Vote By Mail provides a convenient and secure alternative to voting in-person. Vote By Mail, formerly known as Absentee Voting, is available to all qualified, registered Hillsborough County voters. New legislation went into effect on January 1, 2014, that allows voters to sign an affidavit if they forget to sign the Voter's Certificate. This affidavit must be completed and returned no later than 5 p.m. on the day before the election.
Click on any topic below to get answers to the questions most often asked about Vote By Mail:
What is Vote By Mail?
Vote By Mail is a method of voting that gives you the comfort and convenience of receiving and marking your ballot in the privacy of your own home. With Vote By Mail, you don't have to travel to your Election Day precinct, or to an Early Voting location!
What's the difference between Vote By Mail and voting absentee?
Voters no longer need to be physically "absent" to Vote By Mail. All registered voters can request, receive and return a Vote By Mail Ballot.
How do I request a Vote By Mail ballot?
1. Online : Vote By Mail Ballot Request
2. By Phone: (813) 612-4180
3. By E-mail: mailto:%firstname.lastname@example.org
4. By Fax: (813) 744-5843
5. In Person: At any of our Supervisor of Elections Offices
*Please include the voter's name, address and date of birth with the request*
BALLOTS ARE NOT FORWARDABLE - Be sure to provide your current mailing address.
You can also visit one of our offices and receive a Vote By Mail ballot in person at any time prior to Election Day. New legislation which went into effect January 1, 2014 specifies that Vote By Mail voting and ballot pick up on Election Day is only permitted in case of emergency. A voter or voter's designee must sign an affidavit affirming that the voter is unable to go to his or her polling place on Election Day due to an emergency and provide the reason for the emergency. This affidavit and the information provided becomes a public record when submitted to the Supervisor of Elections. A voter who willfully affirms falsely to any affirmation in connection with an election can be convicted of a felony of the third degree, punishable pursuant to Florida Statutes 104.011 and 104.041.
How can I return my Vote By Mail ballot?
1. By Mail: Just use the pre-addressed, postage-paid envelope provided with your ballot
2. In Person: At any of our Early Vote Sites
3. In Person: At any of our Supervisor of Elections Offices
To return your voted mail ballot, insert it in the secrecy envelope, then place the secrecy envelope in the return envelope. After you seal the return envelope, sign and date the back of the envelope. A voted mail ballot cannot be accepted at a polling place on Election Day.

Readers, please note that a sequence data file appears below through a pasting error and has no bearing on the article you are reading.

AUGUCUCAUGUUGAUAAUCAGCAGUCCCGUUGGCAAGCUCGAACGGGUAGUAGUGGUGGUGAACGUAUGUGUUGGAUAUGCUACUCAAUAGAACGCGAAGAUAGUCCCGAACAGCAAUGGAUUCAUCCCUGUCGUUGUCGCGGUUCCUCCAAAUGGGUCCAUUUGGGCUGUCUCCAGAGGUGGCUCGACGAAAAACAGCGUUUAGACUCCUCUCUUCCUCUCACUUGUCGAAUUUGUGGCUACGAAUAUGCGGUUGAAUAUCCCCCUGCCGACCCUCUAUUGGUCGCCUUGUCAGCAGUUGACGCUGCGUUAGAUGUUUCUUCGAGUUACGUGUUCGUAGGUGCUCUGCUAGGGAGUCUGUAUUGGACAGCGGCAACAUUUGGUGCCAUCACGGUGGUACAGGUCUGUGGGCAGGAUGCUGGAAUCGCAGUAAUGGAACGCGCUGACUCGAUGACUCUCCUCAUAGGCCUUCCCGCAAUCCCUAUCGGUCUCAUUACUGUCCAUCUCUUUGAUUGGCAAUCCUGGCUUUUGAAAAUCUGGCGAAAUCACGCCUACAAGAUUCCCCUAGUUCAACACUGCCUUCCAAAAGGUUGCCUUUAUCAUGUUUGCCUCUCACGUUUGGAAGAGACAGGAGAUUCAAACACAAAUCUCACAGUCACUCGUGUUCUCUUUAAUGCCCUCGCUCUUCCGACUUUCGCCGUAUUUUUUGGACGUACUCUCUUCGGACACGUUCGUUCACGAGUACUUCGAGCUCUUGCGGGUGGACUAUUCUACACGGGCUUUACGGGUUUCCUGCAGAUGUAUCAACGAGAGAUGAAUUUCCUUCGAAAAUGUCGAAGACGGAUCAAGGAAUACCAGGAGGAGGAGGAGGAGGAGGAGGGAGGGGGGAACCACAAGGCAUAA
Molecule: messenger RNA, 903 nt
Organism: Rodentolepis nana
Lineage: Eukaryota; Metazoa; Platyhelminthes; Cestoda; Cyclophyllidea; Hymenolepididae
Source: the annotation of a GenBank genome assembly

Can a family member request my ballot for me?
Only your immediate family or legal guardian can request a Vote By Mail Ballot for you. Immediate family members include: spouse, parent, child, grandparent, sibling, or legal guardian. The request from your immediate family member must include: voter's name, address and date of birth, and the requester's name, address, driver license number (if available), relationship to the voter, and signature.
Can someone else pick up my mail ballot for me?
Yes. Beginning five days before Election Day, you may designate a person to pick up your Vote By Mail ballot. Your designee will need a written request from you and a photo ID and will be asked to complete this Affidavit to Pick-up an Absentee Ballot for a Voter. If you have not already requested a ballot, the Affidavit must be accompanied by this completed Vote By Mail request.
To receive a Vote By Mail ballot on Election Day, you must also complete the Election Day Absentee Ballot Delivery Affidavit to affirm that you have an emergency keeping you from being able to go to your assigned polling place to vote. NOTE: Any person who provides or offers to provide, and any person who accepts, a pecuniary or other benefit in exchange for distributing, ordering, requesting, collecting, delivering, or otherwise physically possessing more than two absentee ballots per election in addition to his or her own ballot or a ballot belonging to an immediate family member, except as provided in F.S. 101.6105-101.695, commits a misdemeanor of the first degree, punishable as provided in F.S. 775.082, 775.083 or 775.084. (Effective January 1, 2014)
Please note: Florida has a very broad public records law. Written communications to or from the Supervisor of Elections regarding business constitute public records and are available to the public and media upon request unless the information is subject to a specific statutory exemption. Therefore, your e-mail address and message may be subject to public disclosure.